Psocids or "Book Lice": a Warning of Dampness - Canadian Conservation Institute (CCI) Notes 3/4

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CCI Note 3/4 is part of CCI Notes Series 3 (The Museum Environment: Biological Factors)

Image of a Psocid or Book Louse
Book lice

Book lice, called psocids, are members of the insect order Psocoptera, which has about 340 identified species in North America (Mockford, ). These can be roughly divided into two types: winged and wingless. Winged psocids usually live out-doors, primarily on bark and leaves, although they will occasionally come indoors; wingless types are more commonly found indoors. The most common and most studied psocids are Liposcelis species. These insects are 1 mm long, pale to translucent in colour, and have a dry weight of 27 µg. To put them in perspective, a dry, single sheet of 21.6-cm by 28-cm (8.5-in. by 11-in.) paper weighs about 4 g, which is equivalent to 150,000 psocids.

Psocids are typically seen in moist conditions, although they can be found in dry areas. The bodies of Liposcelis species contain about 66% water at 73% relative humidity (RH), but only 22% water at 33% RH. It is this ability to utilize their own water reserves that allows them to survive in dry atmosphere for up to three weeks, after which they will rehydrate quickly if returned to a damp area but will die if the exposure to dry conditions is continued. A dry atmosphere for psocids can be defined as RH under 58% for indoor types and under 70% for outdoor types. Above this critical RH, psocids utilize food energy to transport water vapour into their bodies, enabling them to replace transpired water vapour and maintain body mass even in the absence of food that contains water (Knülle and Spadafora, ). In high humidity, their life spans range from six months to a year (Broadhead and Hobby, ).

Psocids are omnivorous. Various authors cite moulds, yeasts, whole grain, starches, and, to a lesser extent, pollen, algae, lichen, feathers, hair, and insects as food sources. Psocids thrive in humidities that are conducive to extensive mould growth, and moulds are often cited as their major food. Yeasts have been found to improve egg-laying capacity more so than other foods (Broadhead and Hobby, ). Feeding activity of these insects is restricted to surface grazing; they do not eat holes in objects. In turn, psocids are prey for insectivorous insects and small parasitic wasps (New, ).

Many psocid species are parthenogenetic, that is, they have the ability to reproduce without mating. Maximum oviposition observed in Liposcelis is two eggs per day. However, egg laying can be stopped by decreasing the surrounding humidity (Knülle and Spadafora, ). Indoor-dwelling psocids do not lay their eggs in clusters; they will, however, breed continuously under suitable conditions and live up to a year, which explains the large numbers that can develop in humid conditions.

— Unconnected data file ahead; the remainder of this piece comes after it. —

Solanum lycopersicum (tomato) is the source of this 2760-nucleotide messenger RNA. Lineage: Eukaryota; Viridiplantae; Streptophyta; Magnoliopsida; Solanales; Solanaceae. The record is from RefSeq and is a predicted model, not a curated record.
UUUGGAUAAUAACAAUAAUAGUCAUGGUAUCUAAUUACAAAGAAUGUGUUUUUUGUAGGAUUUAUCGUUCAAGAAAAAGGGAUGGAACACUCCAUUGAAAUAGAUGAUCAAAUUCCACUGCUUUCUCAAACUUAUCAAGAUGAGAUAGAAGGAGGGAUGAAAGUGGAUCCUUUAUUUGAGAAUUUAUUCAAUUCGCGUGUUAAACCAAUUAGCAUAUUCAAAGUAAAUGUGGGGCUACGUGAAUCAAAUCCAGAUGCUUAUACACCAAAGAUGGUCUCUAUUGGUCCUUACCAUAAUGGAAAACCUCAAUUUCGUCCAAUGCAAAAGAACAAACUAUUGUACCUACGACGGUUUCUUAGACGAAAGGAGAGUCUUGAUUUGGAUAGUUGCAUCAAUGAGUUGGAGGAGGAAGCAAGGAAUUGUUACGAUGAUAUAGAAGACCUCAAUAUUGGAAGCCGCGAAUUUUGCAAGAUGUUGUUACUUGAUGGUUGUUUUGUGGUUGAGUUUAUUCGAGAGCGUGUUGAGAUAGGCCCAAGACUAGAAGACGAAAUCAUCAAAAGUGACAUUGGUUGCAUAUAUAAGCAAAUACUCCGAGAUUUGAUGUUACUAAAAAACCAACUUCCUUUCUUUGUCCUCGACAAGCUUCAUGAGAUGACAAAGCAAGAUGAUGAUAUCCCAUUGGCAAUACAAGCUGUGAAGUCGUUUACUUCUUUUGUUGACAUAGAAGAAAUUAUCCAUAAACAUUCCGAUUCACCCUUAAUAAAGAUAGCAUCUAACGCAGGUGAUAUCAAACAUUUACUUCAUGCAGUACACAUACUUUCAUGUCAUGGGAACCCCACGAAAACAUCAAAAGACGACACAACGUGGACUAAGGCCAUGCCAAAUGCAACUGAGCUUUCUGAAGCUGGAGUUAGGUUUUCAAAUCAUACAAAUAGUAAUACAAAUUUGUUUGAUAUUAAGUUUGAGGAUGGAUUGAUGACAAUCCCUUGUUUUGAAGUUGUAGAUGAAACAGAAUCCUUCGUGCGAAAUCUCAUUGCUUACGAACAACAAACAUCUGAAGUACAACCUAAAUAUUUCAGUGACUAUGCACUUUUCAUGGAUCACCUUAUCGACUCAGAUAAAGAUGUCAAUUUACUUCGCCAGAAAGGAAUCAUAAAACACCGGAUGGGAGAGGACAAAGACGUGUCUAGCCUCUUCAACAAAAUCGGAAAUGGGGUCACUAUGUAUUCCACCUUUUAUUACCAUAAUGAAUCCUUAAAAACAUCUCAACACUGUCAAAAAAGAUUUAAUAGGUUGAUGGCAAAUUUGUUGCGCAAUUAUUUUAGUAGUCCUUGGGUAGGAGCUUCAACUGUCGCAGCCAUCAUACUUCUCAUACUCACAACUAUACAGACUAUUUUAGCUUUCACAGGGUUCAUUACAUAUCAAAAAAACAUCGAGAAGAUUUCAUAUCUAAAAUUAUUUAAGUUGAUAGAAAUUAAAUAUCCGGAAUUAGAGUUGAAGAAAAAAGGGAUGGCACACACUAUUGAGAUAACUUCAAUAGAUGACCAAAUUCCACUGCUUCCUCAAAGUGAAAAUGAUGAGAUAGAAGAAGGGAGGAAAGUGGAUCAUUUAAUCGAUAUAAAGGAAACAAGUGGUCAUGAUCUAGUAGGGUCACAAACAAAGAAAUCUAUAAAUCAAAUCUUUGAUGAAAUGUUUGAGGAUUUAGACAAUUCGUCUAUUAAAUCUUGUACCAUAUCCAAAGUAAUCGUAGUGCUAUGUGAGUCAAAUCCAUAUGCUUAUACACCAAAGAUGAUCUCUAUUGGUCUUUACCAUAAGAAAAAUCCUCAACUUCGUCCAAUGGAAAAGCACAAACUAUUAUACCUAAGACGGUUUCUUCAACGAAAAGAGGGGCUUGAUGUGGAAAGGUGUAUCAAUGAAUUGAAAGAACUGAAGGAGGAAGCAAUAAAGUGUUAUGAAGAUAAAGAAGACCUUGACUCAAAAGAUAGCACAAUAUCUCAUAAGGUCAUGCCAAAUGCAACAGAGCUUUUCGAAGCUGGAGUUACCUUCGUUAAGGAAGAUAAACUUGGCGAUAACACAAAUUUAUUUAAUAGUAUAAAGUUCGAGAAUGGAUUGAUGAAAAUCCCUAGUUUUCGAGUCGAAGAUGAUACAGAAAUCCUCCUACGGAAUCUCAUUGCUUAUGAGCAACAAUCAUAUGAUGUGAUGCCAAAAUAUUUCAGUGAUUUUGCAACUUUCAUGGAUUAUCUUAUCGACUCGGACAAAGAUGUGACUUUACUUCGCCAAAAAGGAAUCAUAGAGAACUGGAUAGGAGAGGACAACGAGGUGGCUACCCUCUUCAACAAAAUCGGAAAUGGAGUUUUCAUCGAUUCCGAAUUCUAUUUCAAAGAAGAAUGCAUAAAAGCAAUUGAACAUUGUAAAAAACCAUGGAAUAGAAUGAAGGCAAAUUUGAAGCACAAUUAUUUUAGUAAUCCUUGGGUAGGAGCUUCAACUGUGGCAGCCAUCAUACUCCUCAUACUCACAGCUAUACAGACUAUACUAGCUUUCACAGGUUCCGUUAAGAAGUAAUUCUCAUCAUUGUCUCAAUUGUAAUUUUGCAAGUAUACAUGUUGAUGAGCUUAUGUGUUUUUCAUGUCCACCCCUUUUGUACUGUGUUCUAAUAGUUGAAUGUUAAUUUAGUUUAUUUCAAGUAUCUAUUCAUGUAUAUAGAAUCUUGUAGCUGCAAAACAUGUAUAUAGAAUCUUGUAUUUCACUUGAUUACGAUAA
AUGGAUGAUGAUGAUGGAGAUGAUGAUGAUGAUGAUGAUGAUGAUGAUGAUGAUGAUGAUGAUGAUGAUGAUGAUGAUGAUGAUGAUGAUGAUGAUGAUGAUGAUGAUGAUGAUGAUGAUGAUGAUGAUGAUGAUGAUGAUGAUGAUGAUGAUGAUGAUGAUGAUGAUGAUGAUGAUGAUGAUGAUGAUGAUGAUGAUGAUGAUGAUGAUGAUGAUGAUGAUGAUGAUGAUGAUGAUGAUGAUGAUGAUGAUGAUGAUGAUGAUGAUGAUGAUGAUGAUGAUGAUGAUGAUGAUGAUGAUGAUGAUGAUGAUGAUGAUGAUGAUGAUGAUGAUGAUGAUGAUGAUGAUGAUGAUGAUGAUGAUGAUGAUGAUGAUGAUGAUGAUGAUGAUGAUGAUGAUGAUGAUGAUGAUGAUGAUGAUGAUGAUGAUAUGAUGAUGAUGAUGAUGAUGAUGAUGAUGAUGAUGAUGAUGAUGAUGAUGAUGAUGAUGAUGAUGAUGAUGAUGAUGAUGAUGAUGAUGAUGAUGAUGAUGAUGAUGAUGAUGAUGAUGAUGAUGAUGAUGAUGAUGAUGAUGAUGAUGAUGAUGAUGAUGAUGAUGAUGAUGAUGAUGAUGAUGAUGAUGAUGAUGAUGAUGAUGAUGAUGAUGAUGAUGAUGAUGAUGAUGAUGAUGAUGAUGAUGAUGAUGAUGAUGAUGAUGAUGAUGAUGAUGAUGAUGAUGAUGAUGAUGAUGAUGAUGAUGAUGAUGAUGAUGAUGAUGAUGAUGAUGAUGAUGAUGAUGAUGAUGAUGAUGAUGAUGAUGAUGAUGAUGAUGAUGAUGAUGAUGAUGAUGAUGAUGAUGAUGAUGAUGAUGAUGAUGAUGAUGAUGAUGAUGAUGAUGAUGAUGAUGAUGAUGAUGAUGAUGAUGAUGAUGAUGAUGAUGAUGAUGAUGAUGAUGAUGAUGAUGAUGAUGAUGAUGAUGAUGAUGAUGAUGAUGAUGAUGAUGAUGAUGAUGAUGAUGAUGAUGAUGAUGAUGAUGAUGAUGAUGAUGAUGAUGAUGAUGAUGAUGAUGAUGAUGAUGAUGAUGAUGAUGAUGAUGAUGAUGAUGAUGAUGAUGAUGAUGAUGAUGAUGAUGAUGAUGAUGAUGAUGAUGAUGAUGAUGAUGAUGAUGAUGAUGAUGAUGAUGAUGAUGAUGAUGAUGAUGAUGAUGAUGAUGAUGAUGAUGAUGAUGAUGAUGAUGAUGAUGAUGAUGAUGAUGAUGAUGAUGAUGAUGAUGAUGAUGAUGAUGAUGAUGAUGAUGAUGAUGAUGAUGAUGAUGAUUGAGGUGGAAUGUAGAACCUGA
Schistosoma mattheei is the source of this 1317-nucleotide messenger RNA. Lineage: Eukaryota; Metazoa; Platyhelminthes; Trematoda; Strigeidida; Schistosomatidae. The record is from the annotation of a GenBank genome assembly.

Indoor psocids, the most common type seen in collections, are rarely implicated in damage unless found in large numbers. Seeing a few psocids on an object is not likely to constitute a risk to the object unless the object is small, such as a tiny insect specimen. Large numbers, however, have been reported. In one instance, thousands streamed out of a damp straw mattress and covered household surfaces. The mattress probably contained millions of psocids. In this type of case, eliminating the prime breeding area would be the key to treatment. Lesser numbers can be readily controlled by airing and drying the objects on which the insects are found (Back, ).

The greatest problem caused by psocids has not been physical damage, but stalled house sales, lawsuits, and occupant unease (New, ). For cultural collections, the presence of psocids sounds an alarm indicating unacceptably damp conditions — conditions that promote mould growth on objects and in buildings, which in turn damages collections and human health. The most reliable way to eliminate psocids and moulds is to dehumidify the building and affected objects.

References

  1. Back, E.A. "Book-lice or Psocids, Annoying Household Pests." Farmers' Bulletin 1104. Washington, DC: United States Department of Agriculture, .

  2. Broadhead, E., and B.M Hobby. "Studies on a species of Liposcelis (Corrodentin, Liposcelidae) occurring in stored products in Britain, I, II." Entomologist's Monthly Magazine, 80 (), pp. 45-59, 163-173.

  3. Knülle, W., and R.R. Spadafora. "Water vapour sorption and humidity relationships in Liposcelis (Insecta: Psocoptera)." Journal of Stored Products Research, 5 (), pp. 49-55.

  4. Mockford, E.L. "Order Psocoptera: Psocids." In, An Introduction to the Study of Insects. 6th edition. D.J. Borror, C.A. Triplehorn and N.F. Johnson, eds. New York: Harcourt Brace College Publishers, .

  5. New, T.R. "An introduction to the natural history of the British Psocoptera." The Entomologist, ( to ), pp. 59-97.


Written by Tom Strang

Copies are also available in French.
Texte également publié en version française.

© Minister of Public Works and Government Services,
Cat. Nº NM95-57/3-4-1998E
ISSN 0714-6221


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